Bears' offense must dictate Vikings' defense

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Bears' offense must dictate Vikings' defense

The Bears' offensive line has been a hot topic the past few seasons, as the offensive tackle performance continues to be scrutinized from year to year.
Bears fans have been given code words like "chip blocks" from running backs or tight ends to provide help for the offensive tackles to slow down fast defensive ends rushing the quarterback.
The truth of the matter is there is plenty an offense can do to slow down destructive fast forces on defense, but the Bears haven't been good at any of that the past few seasons. Pass protection is much improved under new offensive coordinator Mike Tice, along with the practicality of game plans, but the offensive line needs to utilize more tools at their disposal.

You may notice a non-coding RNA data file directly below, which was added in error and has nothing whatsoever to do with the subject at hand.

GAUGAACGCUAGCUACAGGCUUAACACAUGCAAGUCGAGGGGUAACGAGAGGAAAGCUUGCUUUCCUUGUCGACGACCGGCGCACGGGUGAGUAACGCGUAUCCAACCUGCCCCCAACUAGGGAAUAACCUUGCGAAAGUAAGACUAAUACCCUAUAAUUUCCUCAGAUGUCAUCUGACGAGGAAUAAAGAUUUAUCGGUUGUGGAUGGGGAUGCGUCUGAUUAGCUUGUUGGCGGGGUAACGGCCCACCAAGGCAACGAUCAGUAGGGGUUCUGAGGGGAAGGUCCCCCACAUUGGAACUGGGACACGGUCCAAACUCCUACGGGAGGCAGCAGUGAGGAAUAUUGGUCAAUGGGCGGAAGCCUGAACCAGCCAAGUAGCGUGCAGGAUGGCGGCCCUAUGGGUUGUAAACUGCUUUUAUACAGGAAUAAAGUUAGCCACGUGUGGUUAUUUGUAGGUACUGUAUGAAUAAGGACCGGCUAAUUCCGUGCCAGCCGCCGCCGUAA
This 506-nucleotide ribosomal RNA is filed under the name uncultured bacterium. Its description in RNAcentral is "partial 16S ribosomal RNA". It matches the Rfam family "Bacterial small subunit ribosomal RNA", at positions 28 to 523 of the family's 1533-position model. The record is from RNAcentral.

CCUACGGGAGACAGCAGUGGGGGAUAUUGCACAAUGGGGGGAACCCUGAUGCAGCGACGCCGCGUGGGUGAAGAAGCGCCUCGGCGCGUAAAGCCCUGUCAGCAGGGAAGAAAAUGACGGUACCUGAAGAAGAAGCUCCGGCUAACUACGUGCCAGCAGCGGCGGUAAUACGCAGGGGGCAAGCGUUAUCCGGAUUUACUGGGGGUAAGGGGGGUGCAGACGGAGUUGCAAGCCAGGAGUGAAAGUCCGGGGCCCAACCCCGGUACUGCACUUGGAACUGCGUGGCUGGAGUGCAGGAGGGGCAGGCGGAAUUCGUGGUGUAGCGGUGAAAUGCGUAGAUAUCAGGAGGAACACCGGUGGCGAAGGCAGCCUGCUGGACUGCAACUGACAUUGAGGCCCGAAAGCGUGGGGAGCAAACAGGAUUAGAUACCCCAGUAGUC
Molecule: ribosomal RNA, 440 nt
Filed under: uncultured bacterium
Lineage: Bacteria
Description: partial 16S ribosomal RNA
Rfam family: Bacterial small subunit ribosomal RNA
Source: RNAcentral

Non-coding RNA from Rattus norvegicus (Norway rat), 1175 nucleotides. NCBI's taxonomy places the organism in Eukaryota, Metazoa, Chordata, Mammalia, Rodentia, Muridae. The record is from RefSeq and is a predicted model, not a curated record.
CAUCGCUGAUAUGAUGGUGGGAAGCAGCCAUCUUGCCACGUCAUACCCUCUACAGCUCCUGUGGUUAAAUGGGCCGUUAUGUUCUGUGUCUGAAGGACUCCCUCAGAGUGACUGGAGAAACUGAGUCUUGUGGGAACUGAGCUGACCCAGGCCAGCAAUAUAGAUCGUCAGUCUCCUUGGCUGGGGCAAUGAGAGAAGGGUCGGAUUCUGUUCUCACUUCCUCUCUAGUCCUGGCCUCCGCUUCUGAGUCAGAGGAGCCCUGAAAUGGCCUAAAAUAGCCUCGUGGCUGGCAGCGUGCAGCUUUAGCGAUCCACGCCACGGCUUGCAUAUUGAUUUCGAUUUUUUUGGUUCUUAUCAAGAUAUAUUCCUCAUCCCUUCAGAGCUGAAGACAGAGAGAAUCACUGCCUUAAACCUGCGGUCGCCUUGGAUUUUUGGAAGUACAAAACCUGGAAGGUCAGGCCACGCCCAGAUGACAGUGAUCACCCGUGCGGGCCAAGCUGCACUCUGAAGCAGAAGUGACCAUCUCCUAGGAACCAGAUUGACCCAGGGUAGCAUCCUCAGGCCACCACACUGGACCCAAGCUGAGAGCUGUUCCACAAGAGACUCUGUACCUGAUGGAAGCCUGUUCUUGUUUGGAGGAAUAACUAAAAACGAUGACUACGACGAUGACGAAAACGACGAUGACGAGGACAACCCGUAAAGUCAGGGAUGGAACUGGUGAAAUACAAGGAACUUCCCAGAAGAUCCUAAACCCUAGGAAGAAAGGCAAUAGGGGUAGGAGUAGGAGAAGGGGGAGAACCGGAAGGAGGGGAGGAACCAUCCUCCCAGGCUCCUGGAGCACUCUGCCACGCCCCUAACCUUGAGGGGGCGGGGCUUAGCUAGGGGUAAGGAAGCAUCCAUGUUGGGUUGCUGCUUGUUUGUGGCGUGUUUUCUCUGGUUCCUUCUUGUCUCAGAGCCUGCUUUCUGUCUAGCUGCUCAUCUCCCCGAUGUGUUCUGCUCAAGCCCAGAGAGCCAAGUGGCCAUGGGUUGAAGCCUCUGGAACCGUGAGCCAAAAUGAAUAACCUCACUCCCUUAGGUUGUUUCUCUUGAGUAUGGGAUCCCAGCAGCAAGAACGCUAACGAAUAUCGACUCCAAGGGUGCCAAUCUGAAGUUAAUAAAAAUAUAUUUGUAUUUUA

The Mall of America in Minneapolis can get extremely loud. At one point during the late 90s, it was ranked as one of the loudest stadiums in the NFL to play. How do teams like the Bears combat the noise this weekend? How will this plan slow down fast defensive linemen like Vikings' sack master Jared Allen?
Score first
It sounds clich, but the Bears have to get off to a fast start and score first. Fans become like a baby coming down from a sugar high when the opponent scores first in their house.
The top 15 offensive plays will be scripted and followed to the letter of the law. They will be "go plays"--plays that can be run regardless of defensive front--with not a lot of communication until crowd noise is calmed.
Mix up the snap count
After the crowd is subdued, there is no weapon greater to an offense to slow down a defensive pass rush than the snap count. Unfortunately for Tice, this year's group does not understand the concept.